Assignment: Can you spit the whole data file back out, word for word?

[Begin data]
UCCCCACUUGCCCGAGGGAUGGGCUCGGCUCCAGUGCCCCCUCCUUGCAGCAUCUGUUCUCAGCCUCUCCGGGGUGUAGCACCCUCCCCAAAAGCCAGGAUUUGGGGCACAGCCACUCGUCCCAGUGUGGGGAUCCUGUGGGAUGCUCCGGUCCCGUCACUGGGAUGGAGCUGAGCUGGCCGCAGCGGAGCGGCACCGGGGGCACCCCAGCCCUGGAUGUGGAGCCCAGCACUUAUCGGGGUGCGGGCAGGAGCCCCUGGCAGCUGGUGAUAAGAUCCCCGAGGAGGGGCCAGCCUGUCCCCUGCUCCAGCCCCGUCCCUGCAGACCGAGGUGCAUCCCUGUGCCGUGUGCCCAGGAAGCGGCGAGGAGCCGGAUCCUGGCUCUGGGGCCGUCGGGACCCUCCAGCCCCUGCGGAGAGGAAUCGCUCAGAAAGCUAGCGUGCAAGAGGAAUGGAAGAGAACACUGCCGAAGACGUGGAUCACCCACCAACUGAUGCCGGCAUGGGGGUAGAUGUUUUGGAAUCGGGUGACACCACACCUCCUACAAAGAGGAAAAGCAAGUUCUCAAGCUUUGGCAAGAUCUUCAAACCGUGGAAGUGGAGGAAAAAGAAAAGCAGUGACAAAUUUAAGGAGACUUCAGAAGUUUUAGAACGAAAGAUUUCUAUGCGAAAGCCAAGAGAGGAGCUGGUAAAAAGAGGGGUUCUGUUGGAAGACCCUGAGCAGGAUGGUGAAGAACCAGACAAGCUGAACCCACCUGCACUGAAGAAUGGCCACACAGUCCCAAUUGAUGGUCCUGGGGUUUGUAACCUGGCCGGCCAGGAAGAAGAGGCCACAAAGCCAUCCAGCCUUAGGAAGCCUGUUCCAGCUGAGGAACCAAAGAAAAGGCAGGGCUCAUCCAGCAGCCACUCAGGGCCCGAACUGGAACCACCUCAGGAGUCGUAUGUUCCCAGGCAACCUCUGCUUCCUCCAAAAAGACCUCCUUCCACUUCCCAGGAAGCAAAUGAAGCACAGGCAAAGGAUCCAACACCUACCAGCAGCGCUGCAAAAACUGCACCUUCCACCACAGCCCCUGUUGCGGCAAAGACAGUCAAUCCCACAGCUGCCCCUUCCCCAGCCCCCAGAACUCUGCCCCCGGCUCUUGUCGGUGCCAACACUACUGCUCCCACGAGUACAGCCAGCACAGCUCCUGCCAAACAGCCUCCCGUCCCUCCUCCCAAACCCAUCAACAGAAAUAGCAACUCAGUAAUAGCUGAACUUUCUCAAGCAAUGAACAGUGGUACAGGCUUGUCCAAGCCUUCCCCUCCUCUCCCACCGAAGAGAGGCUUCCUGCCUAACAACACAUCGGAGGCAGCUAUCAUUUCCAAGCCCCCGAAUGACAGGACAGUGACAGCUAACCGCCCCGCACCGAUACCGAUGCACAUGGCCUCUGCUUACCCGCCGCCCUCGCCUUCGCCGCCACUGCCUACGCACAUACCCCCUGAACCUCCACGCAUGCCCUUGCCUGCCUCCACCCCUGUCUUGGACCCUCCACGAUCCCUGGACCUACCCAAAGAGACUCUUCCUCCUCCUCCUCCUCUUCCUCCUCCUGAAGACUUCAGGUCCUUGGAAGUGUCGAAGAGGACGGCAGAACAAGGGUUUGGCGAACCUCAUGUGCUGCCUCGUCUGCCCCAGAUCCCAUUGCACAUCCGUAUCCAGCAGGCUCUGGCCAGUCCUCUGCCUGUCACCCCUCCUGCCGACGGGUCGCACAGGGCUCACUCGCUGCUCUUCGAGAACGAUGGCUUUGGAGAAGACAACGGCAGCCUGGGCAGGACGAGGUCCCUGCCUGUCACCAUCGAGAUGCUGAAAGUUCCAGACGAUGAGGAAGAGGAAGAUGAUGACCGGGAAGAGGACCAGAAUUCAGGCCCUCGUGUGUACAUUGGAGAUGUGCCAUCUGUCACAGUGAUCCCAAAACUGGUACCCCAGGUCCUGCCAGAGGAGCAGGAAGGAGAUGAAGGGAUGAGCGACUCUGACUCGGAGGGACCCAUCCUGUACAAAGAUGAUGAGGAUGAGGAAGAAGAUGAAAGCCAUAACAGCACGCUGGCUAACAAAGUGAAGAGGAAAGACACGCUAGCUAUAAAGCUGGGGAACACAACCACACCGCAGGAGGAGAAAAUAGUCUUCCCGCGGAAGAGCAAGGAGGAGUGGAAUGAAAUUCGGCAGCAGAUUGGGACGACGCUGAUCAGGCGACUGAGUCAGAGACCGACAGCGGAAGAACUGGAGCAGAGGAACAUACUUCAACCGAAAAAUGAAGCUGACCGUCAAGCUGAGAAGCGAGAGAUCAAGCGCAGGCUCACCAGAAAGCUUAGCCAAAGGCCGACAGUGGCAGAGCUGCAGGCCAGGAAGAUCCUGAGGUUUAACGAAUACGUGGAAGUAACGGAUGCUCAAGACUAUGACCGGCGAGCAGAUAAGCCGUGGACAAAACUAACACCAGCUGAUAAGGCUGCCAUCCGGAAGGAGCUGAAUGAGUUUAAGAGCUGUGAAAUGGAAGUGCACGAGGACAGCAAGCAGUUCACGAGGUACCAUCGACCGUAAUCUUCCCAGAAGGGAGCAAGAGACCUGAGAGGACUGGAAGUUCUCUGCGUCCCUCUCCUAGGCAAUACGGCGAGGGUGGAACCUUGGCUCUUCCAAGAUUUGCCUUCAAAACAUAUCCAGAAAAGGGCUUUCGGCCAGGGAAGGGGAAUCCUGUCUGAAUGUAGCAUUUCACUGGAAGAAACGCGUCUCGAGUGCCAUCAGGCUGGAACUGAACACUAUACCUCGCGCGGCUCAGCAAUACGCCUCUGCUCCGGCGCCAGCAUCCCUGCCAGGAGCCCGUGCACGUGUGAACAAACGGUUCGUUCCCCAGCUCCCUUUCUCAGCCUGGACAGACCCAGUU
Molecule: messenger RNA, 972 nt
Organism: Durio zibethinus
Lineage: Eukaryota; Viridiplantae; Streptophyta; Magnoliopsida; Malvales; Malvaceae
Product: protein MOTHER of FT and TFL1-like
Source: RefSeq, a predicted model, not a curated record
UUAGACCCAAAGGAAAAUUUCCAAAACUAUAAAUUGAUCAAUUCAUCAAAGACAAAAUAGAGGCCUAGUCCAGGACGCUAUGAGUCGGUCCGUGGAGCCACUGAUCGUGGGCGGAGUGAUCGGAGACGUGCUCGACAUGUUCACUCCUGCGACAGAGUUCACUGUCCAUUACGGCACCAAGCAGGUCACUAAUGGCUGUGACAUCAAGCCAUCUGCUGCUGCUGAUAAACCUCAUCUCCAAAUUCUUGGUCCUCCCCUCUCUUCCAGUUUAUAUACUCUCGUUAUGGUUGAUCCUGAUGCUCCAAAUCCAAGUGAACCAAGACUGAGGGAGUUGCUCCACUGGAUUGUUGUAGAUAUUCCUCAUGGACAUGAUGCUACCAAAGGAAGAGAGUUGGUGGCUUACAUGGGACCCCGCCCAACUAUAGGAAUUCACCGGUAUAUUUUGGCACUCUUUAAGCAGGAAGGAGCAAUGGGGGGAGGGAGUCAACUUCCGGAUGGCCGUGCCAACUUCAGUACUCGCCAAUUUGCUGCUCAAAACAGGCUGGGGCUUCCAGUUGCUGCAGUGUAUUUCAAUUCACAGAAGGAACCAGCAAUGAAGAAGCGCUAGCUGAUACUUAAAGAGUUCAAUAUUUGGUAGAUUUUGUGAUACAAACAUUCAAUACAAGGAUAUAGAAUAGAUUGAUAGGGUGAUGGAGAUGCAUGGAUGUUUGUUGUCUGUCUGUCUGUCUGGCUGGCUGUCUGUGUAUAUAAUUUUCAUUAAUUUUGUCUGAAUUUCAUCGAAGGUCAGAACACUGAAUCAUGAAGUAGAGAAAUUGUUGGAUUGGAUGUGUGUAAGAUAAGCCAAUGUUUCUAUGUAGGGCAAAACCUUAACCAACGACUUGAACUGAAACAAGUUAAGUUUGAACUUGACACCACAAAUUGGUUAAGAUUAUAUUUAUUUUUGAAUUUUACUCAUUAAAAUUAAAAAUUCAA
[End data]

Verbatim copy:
UCCCCACUUGCCCGAGGGAUGGGCUCGGCUCCAGUGCCCCCUCCUUGCAGCAUCUGUUCUCAGCCUCUCCGGGGUGUAGCACCCUCCCCAAAAGCCAGGAUUUGGGGCACAGCCACUCGUCCCAGUGUGGGGAUCCUGUGGGAUGCUCCGGUCCCGUCACUGGGAUGGAGCUGAGCUGGCCGCAGCGGAGCGGCACCGGGGGCACCCCAGCCCUGGAUGUGGAGCCCAGCACUUAUCGGGGUGCGGGCAGGAGCCCCUGGCAGCUGGUGAUAAGAUCCCCGAGGAGGGGCCAGCCUGUCCCCUGCUCCAGCCCCGUCCCUGCAGACCGAGGUGCAUCCCUGUGCCGUGUGCCCAGGAAGCGGCGAGGAGCCGGAUCCUGGCUCUGGGGCCGUCGGGACCCUCCAGCCCCUGCGGAGAGGAAUCGCUCAGAAAGCUAGCGUGCAAGAGGAAUGGAAGAGAACACUGCCGAAGACGUGGAUCACCCACCAACUGAUGCCGGCAUGGGGGUAGAUGUUUUGGAAUCGGGUGACACCACACCUCCUACAAAGAGGAAAAGCAAGUUCUCAAGCUUUGGCAAGAUCUUCAAACCGUGGAAGUGGAGGAAAAAGAAAAGCAGUGACAAAUUUAAGGAGACUUCAGAAGUUUUAGAACGAAAGAUUUCUAUGCGAAAGCCAAGAGAGGAGCUGGUAAAAAGAGGGGUUCUGUUGGAAGACCCUGAGCAGGAUGGUGAAGAACCAGACAAGCUGAACCCACCUGCACUGAAGAAUGGCCACACAGUCCCAAUUGAUGGUCCUGGGGUUUGUAACCUGGCCGGCCAGGAAGAAGAGGCCACAAAGCCAUCCAGCCUUAGGAAGCCUGUUCCAGCUGAGGAACCAAAGAAAAGGCAGGGCUCAUCCAGCAGCCACUCAGGGCCCGAACUGGAACCACCUCAGGAGUCGUAUGUUCCCAGGCAACCUCUGCUUCCUCCAAAAAGACCUCCUUCCACUUCCCAGGAAGCAAAUGAAGCACAGGCAAAGGAUCCAACACCUACCAGCAGCGCUGCAAAAACUGCACCUUCCACCACAGCCCCUGUUGCGGCAAAGACAGUCAAUCCCACAGCUGCCCCUUCCCCAGCCCCCAGAACUCUGCCCCCGGCUCUUGUCGGUGCCAACACUACUGCUCCCACGAGUACAGCCAGCACAGCUCCUGCCAAACAGCCUCCCGUCCCUCCUCCCAAACCCAUCAACAGAAAUAGCAACUCAGUAAUAGCUGAACUUUCUCAAGCAAUGAACAGUGGUACAGGCUUGUCCAAGCCUUCCCCUCCUCUCCCACCGAAGAGAGGCUUCCUGCCUAACAACACAUCGGAGGCAGCUAUCAUUUCCAAGCCCCCGAAUGACAGGACAGUGACAGCUAACCGCCCCGCACCGAUACCGAUGCACAUGGCCUCUGCUUACCCGCCGCCCUCGCCUUCGCCGCCACUGCCUACGCACAUACCCCCUGAACCUCCACGCAUGCCCUUGCCUGCCUCCACCCCUGUCUUGGACCCUCCACGAUCCCUGGACCUACCCAAAGAGACUCUUCCUCCUCCUCCUCCUCUUCCUCCUCCUGAAGACUUCAGGUCCUUGGAAGUGUCGAAGAGGACGGCAGAACAAGGGUUUGGCGAACCUCAUGUGCUGCCUCGUCUGCCCCAGAUCCCAUUGCACAUCCGUAUCCAGCAGGCUCUGGCCAGUCCUCUGCCUGUCACCCCUCCUGCCGACGGGUCGCACAGGGCUCACUCGCUGCUCUUCGAGAACGAUGGCUUUGGAGAAGACAACGGCAGCCUGGGCAGGACGAGGUCCCUGCCUGUCACCAUCGAGAUGCUGAAAGUUCCAGACGAUGAGGAAGAGGAAGAUGAUGACCGGGAAGAGGACCAGAAUUCAGGCCCUCGUGUGUACAUUGGAGAUGUGCCAUCUGUCACAGUGAUCCCAAAACUGGUACCCCAGGUCCUGCCAGAGGAGCAGGAAGGAGAUGAAGGGAUGAGCGACUCUGACUCGGAGGGACCCAUCCUGUACAAAGAUGAUGAGGAUGAGGAAGAAGAUGAAAGCCAUAACAGCACGCUGGCUAACAAAGUGAAGAGGAAAGACACGCUAGCUAUAAAGCUGGGGAACACAACCACACCGCAGGAGGAGAAAAUAGUCUUCCCGCGGAAGAGCAAGGAGGAGUGGAAUGAAAUUCGGCAGCAGAUUGGGACGACGCUGAUCAGGCGACUGAGUCAGAGACCGACAGCGGAAGAACUGGAGCAGAGGAACAUACUUCAACCGAAAAAUGAAGCUGACCGUCAAGCUGAGAAGCGAGAGAUCAAGCGCAGGCUCACCAGAAAGCUUAGCCAAAGGCCGACAGUGGCAGAGCUGCAGGCCAGGAAGAUCCUGAGGUUUAACGAAUACGUGGAAGUAACGGAUGCUCAAGACUAUGACCGGCGAGCAGAUAAGCCGUGGACAAAACUAACACCAGCUGAUAAGGCUGCCAUCCGGAAGGAGCUGAAUGAGUUUAAGAGCUGUGAAAUGGAAGUGCACGAGGACAGCAAGCAGUUCACGAGGUACCAUCGACCGUAAUCUUCCCAGAAGGGAGCAAGAGACCUGAGAGGACUGGAAGUUCUCUGCGUCCCUCUCCUAGGCAAUACGGCGAGGGUGGAACCUUGGCUCUUCCAAGAUUUGCCUUCAAAACAUAUCCAGAAAAGGGCUUUCGGCCAGGGAAGGGGAAUCCUGUCUGAAUGUAGCAUUUCACUGGAAGAAACGCGUCUCGAGUGCCAUCAGGCUGGAACUGAACACUAUACCUCGCGCGGCUCAGCAAUACGCCUCUGCUCCGGCGCCAGCAUCCCUGCCAGGAGCCCGUGCACGUGUGAACAAACGGUUCGUUCCCCAGCUCCCUUUCUCAGCCUGGACAGACCCAGUU
Molecule: messenger RNA, 972 nt
Organism: Durio zibethinus
Lineage: Eukaryota; Viridiplantae; Streptophyta; Magnoliopsida; Malvales; Malvaceae
Product: protein MOTHER of FT and TFL1-like
Source: RefSeq, a predicted model, not a curated record
UUAGACCCAAAGGAAAAUUUCCAAAACUAUAAAUUGAUCAAUUCAUCAAAGACAAAAUAGAGGCCUAGUCCAGGACGCUAUGAGUCGGUCCGUGGAGCCACUGAUCGUGGGCGGAGUGAUCGGAGACGUGCUCGACAUGUUCACUCCUGCGACAGAGUUCACUGUCCAUUACGGCACCAAGCAGGUCACUAAUGGCUGUGACAUCAAGCCAUCUGCUGCUGCUGAUAAACCUCAUCUCCAAAUUCUUGGUCCUCCCCUCUCUUCCAGUUUAUAUACUCUCGUUAUGGUUGAUCCUGAUGCUCCAAAUCCAAGUGAACCAAGACUGAGGGAGUUGCUCCACUGGAUUGUUGUAGAUAUUCCUCAUGGACAUGAUGCUACCAAAGGAAGAGAGUUGGUGGCUUACAUGGGACCCCGCCCAACUAUAGGAAUUCACCGGUAUAUUUUGGCACUCUUUAAGCAGGAAGGAGCAAUGGGGGGAGGGAGUCAACUUCCGGAUGGCCGUGCCAACUUCAGUACUCGCCAAUUUGCUGCUCAAAACAGGCUGGGGCUUCCAGUUGCUGCAGUGUAUUUCAAUUCACAGAAGGAACCAGCAAUGAAGAAGCGCUAGCUGAUACUUAAAGAGUUCAAUAUUUGGUAGAUUUUGUGAUACAAACAUUCAAUACAAGGAUAUAGAAUAGAUUGAUAGGGUGAUGGAGAUGCAUGGAUGUUUGUUGUCUGUCUGUCUGUCUGGCUGGCUGUCUGUGUAUAUAAUUUUCAUUAAUUUUGUCUGAAUUUCAUCGAAGGUCAGAACACUGAAUCAUGAAGUAGAGAAAUUGUUGGAUUGGAUGUGUGUAAGAUAAGCCAAUGUUUCUAUGUAGGGCAAAACCUUAACCAACGACUUGAACUGAAACAAGUUAAGUUUGAACUUGACACCACAAAUUGGUUAAGAUUAUAUUUAUUUUUGAAUUUUACUCAUUAAAAUUAAAAAUUCAA